ATP Cup - Queensland Tennis Centre, Brisbane, Australia - January 3, 2020 Canada's Denis Shapovalov reacts during his Group F singles match against Greece's Stefanos Tsitsipas Photograph:( Reuters )
After more than two hours of power-hitting from two of the ATP's most exciting next-generation players in a match in which there was no break of serves, Shapovalov converted his first match point when Tsitsipas double-faulted on his serve.
Denis Shapovalov won the battle of the up-and-comers against Greek Stefanos Tsitsipas to clinch Canada's opening tie in the inaugural ATP Cup men's team event in Brisbane on Friday.
The baby-faced left-hander, 20, handed Canada an unassailable 2-0 lead in the tie with a 7-6(6) 7-6(4) victory in the second rubber against world number six Tsitsipas at the Patrick Rafter Arena.
Canada went up 1-0 when Felix Auger-Aliassime claimed a breezy 6-1-6-3 victory over Michail Pervolarakis for the first win in the $15 million ATP Cup, which features 24 nations contesting in Perth, Brisbane and Sydney over 10 days.
The participating teams for the event have been determined by the singles ranking of their best player. Six of the top seven players in the world, barring Swiss great Roger Federer, have arrived in Australia.
The event, however, did not get off to the best possible start with the organisers playing a wrong national anthem for Moldova ahead of their tie against Belgium in Sydney.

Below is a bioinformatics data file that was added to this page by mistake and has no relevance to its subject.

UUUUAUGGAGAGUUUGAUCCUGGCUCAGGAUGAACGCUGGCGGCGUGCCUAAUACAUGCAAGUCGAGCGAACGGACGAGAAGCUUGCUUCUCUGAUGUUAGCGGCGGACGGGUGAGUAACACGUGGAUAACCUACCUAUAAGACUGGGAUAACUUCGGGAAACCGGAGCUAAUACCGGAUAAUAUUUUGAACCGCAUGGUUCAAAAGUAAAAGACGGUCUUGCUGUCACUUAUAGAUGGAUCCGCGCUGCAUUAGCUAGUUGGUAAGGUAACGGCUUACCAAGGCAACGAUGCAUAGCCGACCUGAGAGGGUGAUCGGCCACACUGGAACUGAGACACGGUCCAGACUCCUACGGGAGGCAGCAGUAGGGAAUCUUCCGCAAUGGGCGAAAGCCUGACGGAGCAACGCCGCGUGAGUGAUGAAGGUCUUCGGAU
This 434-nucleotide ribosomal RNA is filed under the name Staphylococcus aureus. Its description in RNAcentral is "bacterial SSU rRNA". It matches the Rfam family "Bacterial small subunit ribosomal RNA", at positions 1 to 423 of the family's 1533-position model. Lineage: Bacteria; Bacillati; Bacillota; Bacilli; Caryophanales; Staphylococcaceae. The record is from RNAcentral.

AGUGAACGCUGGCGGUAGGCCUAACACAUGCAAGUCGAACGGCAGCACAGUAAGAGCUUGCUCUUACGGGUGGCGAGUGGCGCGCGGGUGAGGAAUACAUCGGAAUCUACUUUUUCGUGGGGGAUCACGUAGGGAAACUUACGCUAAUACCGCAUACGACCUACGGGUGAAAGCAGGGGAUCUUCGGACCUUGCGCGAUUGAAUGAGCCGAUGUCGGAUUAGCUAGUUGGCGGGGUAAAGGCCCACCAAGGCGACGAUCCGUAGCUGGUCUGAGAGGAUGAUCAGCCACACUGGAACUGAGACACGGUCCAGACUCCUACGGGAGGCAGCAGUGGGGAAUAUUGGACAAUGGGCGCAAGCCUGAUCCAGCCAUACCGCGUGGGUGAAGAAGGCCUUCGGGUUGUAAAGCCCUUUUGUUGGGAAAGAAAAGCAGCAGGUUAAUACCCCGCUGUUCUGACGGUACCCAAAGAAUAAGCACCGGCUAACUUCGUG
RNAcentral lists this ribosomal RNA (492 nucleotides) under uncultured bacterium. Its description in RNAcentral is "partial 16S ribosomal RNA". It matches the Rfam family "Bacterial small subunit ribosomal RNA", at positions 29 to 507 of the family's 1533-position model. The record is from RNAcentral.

Belgium's number two singles player and captain Steve Darcis won the rubber with a 6-4 6-7(4) 7-5 win against Alexander Cozbinov before world number 11 David Goffin settled the tie in the team's favour by defeating Radu Albot 6-4 6-1.
"At the start of the Moldova vs Belgium match we mistakenly played the wrong national anthem for Moldova," the organisers said on the official Twitter handle for the ATP Cup. "We are sincerely sorry and have apologised personally to Team Moldova."
The 21-year-old Tsitsipas was considered the favourite going into the match against Shapovalov having defeated Roger Federer and Dominic Thiem to win the ATP Finals in November.
But Shapovalov, who played brilliantly to lead Canada to its first Davis Cup final in November where they eventually went down to Rafael Nadal's Spain, was the better player on the big points against the Greek.
After more than two hours of power-hitting from two of the ATP's most exciting next generation players in a match in which there was no break of serves, Shapovalov converted his first matchpoint when Tsitsipas double faulted on his serve.
"It's definitely a huge win for me," Shapovalov said in an on-court interview. "Obviously, he had an unbelievable end to the season and he's definitely one of the top players in the world right now. He's got a great game.
"So to beat a guy like this in the first match of the year, it's really special for me. It means a lot.
"I think today it was just a couple points here and there, just tried to keep playing my game, keep playing every single point and wait for my chances and I just think that I took advantage really well in the tie-breaks."